The question may seem premature, since the threat of a
Yet Tuesday's utter collapse of the House Republican caucus surely demonstrates the severe limitations of the debt ceiling as a weapon of politics: It is too frightful to serve as a weapon of war and more likely to wreak utter destruction among those who dare to wield it than among the enemy.
Two outcomes are possible to the lengthy standoff coming to a head today. Either the debt ceiling will not be breached, in which case the country will have stepped back from the brink; or it will be breached, the consequences of which are horrific. Either way, a threatened breach doesn't seem like a tactic anyone will be eager to attempt again, even if the respite voted by the Senate and House is only weeks or months in length.
It should have been understood well in advance that threatening a debt-ceiling breach was a futile act, like any hostage-taking. The only issues that can warrant such an extreme strategy are those on which absolutely no political agreement is possible. ("Defunding" the Affordable Care Act, for example.) To menace America's credit in such cases creates a Sophie's choice between capitulation to an impossible demand and financial Armageddon.
Nobody in politics really wishes to labor under irreconcilable tension -- no one, that is, except absolute political nihilists like the
(There is, actually, one other possibility -- the country breaches the limit, or even defaults, and nothing bad happens. That ends the debt ceiling as a weapon too -- who needs a mortar without ammunition?)
The real imponderable is the effect this whole affair will have on the Republican Party and its tea party wing. The disaster for both lies in the fact that, having abandoned the original rationale for the standoff, defunding Obamacare, and having failed to offer any other rationale for their intransigence, they can't explain why they have put the country through this ordeal.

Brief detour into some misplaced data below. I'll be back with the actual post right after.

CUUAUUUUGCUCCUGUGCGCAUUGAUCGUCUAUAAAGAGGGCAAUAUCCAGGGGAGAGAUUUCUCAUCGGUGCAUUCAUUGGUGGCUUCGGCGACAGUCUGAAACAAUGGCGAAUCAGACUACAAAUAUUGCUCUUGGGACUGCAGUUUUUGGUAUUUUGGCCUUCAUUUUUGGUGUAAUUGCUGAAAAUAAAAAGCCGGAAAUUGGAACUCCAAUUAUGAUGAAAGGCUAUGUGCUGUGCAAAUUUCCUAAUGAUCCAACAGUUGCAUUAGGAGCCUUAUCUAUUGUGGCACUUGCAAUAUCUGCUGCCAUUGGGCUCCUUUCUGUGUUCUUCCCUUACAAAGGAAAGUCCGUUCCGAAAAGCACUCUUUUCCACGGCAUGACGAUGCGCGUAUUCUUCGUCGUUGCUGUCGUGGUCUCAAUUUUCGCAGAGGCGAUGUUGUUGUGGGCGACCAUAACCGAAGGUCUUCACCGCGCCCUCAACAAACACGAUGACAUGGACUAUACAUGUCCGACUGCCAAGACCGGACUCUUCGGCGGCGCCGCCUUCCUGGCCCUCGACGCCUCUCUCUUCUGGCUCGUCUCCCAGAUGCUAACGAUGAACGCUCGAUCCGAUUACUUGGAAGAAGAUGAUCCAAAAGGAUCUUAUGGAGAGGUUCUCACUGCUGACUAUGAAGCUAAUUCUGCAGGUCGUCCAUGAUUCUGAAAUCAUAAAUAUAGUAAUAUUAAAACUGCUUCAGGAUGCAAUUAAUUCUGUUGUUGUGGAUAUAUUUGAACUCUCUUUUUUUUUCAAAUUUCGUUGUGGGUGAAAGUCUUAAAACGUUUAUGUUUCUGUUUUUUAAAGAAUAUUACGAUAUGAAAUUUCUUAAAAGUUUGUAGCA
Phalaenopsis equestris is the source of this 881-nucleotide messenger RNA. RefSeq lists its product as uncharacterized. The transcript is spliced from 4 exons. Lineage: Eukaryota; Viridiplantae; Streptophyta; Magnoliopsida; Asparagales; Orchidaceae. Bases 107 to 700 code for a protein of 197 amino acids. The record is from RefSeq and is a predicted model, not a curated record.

Most responsible GOP constituencies see the House majority's behavior as inexcusable. Even the Koch brothers disavowed the shutdown and debt standoff as a tool for chipping away at the Affordable Care Act. The Chamber of Commerce, Wall Street, the nation's businesses small and large all are demanding an end. Nearly 1 million government workers are in financial agony, as are millions of business owners, homeowners, veterans, investors, parents, vacationers -- as the shutdown continues fewer and fewer Americans aren't affected. The opinion polls are almost unanimous: Support for the Republicans is at the vanishing point.
Political experts on left and right are asking the same question: What are the choices facing the Republicans today? Even before this affair, an inexorable demographic trend was turning the GOP into a marginal, regional party, its base voters aging, white and resentful over changes to the country they can't undo. The party's fate in California, where its power has dwindled to the point that it has lost the outsized veto over the budget and taxes it had held in both legislative chambers, now looks like its national destiny.
The party and its backers will need to marginalize the extreme rightists who brought the nation to the brink and the GOP to self-destruction by disavowing the need to govern at all. No less a reliable conservative voice than the Washington Post's Jennifer Rubin now decries the "fringe" candidates and "anti-government right-wingers" who have co-opted the party.
Remarkably, the GOP old guard has remained silent throughout this slow-motion train wreck. Neither
Over the last few weeks the party of business became the nation's greatest threat to business. One can only hope that it now understands the consequences of its irresponsibility. America's agony may not be over yet -- the next day or so will tell the tale. Whatever happens, the GOP has a lot of rebuilding to do, though no more than the nation as a whole.